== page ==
Sanctuary for the Abused
Friday, September 26, 2014
The Hoover Maneuver
How to Recognize it and Move Forward
The Hoover maneuver is named after the famous vacuum cleaner. In the language of our community, it describes behavior common among [abusers] and those who have borderline traits. It occurs most often when a victim threatens to leave, or actually leaves, a relationship. The intent of the hoover is to get the victim back into the relationship. This behavior has its roots in the intense fear of being alone or being abandoned that is often at the very core of the abuser's sense of self.
It can also occur when the abuser has left the relationship, and is feeling frightened and alone. Since abusers know which ’buttons or triggers’ to push in their partners, and since victim’s are such dedicated and compassionate people, it is far too often successful.
Those with the disorder use all kings of behaviors to ’suck you back into’ the relationship. This can include through kindness, guilt, apologies, tears, threats of suicide, protestations of eternal love, the list is endless. For instance: "I’ve NEVER loved anyone the way I love you. No one has ever been as good to me as you are." etc. (Remember, the abuser knows all your vulnerabilities, and knows how to use them for their purposes and to meet their needs, not yours. It is always about them, and never about you. Except when it’s ’your fault’.)
The primary drive for a ’hoover’ is the fear of abandonment. It is driven by the abuser’s fear of abandonment, of being alone. See the abandonment/engulfment cycle for more on abandonment. Since the abuser lacks a sense of self and takes that sense of who they are from the person they are with at that moment, they fear being alone almost more than death itself.
During a typical hoovering your abuser reverts to the way they were when you were courting. They may act in loving kind ways, swear he/she will get help, says, promises, vows, that s/he won’t do a particular abusive behavior again, will really change this time, will stop drinking, or using drugs or raging or whatever you are confronting them about.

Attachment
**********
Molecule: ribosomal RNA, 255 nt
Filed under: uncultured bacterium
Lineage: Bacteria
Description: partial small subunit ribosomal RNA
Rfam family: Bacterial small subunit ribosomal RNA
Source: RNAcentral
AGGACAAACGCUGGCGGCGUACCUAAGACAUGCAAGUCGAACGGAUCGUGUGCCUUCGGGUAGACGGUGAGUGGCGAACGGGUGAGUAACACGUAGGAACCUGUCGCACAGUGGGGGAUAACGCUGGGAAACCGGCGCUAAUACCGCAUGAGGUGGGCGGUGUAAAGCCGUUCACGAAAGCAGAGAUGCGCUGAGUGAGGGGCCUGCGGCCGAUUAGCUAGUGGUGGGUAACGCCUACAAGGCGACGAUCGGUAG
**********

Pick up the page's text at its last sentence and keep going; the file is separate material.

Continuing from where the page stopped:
When the victim believes the hoover and re-enters the relationship, this is referred to as having "been hoovered" . It is important to note that the promises of change won’t last. Often there is an immediate escalation in the raging, splitting, black and white thinking. The longer the relationship continues, the shorter will be the ’honeymoon’ of promised change. And of the most dangerous times for a victim is after a hoover has been successful, the relationship has resumed, and the next rage occurs. It is VERY common for physical violence to begin, or to escalate. No matter what your personal situation, please make a safety plan. IF you are in danger, leave. Go to a shelter, or a friends house. Stay safe.
Now, getting ’sucked back’ into a relationship that you once decided to leave, isn’t necessarily a bad thing.
When it happens often enough, without any real change, it helps you to make a lasting decision that leaving is the right thing to do. IT may encourage you to seek counseling and therapy. You may feel "stupid" later, but it isn’t necessarily stupid. It’s just part of what you have to do to make sure you are ready to do what you have to do to recover.
Before seeking counseling and therapy, and beginning the long road to recovery, many victims have reported a feeling that ’they’re under the power’ of the abuser... that they have little choice in going back to the relationship. This may be supported by the financial situation of the victim, or threats that the abuser person with the disorder has made. This is also common.
You realize that you are healing when you recognize what’s going on and begin to make an informed decision based on what is truly best for you and your children, rather than the guilt, shame, blame, fear of being alone, or what ever ’hook’ the disordered person uses to pull you back into the relationship with the abuser.
In the final analysis, you make your own doghouse . If you are comfortable in the doghouse, or if the attempted abandonment actually produces better behavior from your significant other, then you may end up feeling better about it all.
All this being said, unless the abuser in your life is getting serious therapy, you can depend on the fact that someday, and probably far too soon, the borderline behaviors WILL repeat. Eventually, you may begin to recognize the hoover in process. This is a close encounter of the hoovering kind.
People do not spontaneously recover from abusive personality disorders simply because they are threatened with abandonment or because the victim goes or stays.
Once you begin to understand abusiveness and how it affects the one you care about, you can use the hoovering episode to create opportunities for healthier boundaries.
For example, you might say, "We can get back together for six months and see if we can make it work. I will only consider this if we agree to enter into a written legal signed agreement regarding joint and individual therapy, care of the children, custody issues, money, or whatever, before doing so. Otherwise, please start packing and get out in 24 hours."
This type of countermove may introduce healthier and more effective boundaries for you or your children.
Disclaimer: The information on the site (http://www.bpd411.org) is based on personal experiences of the authors and members of our e-mail mailing list. It is NOT meant to replace professional advice or take the place of counseling, therapy or additional personal research.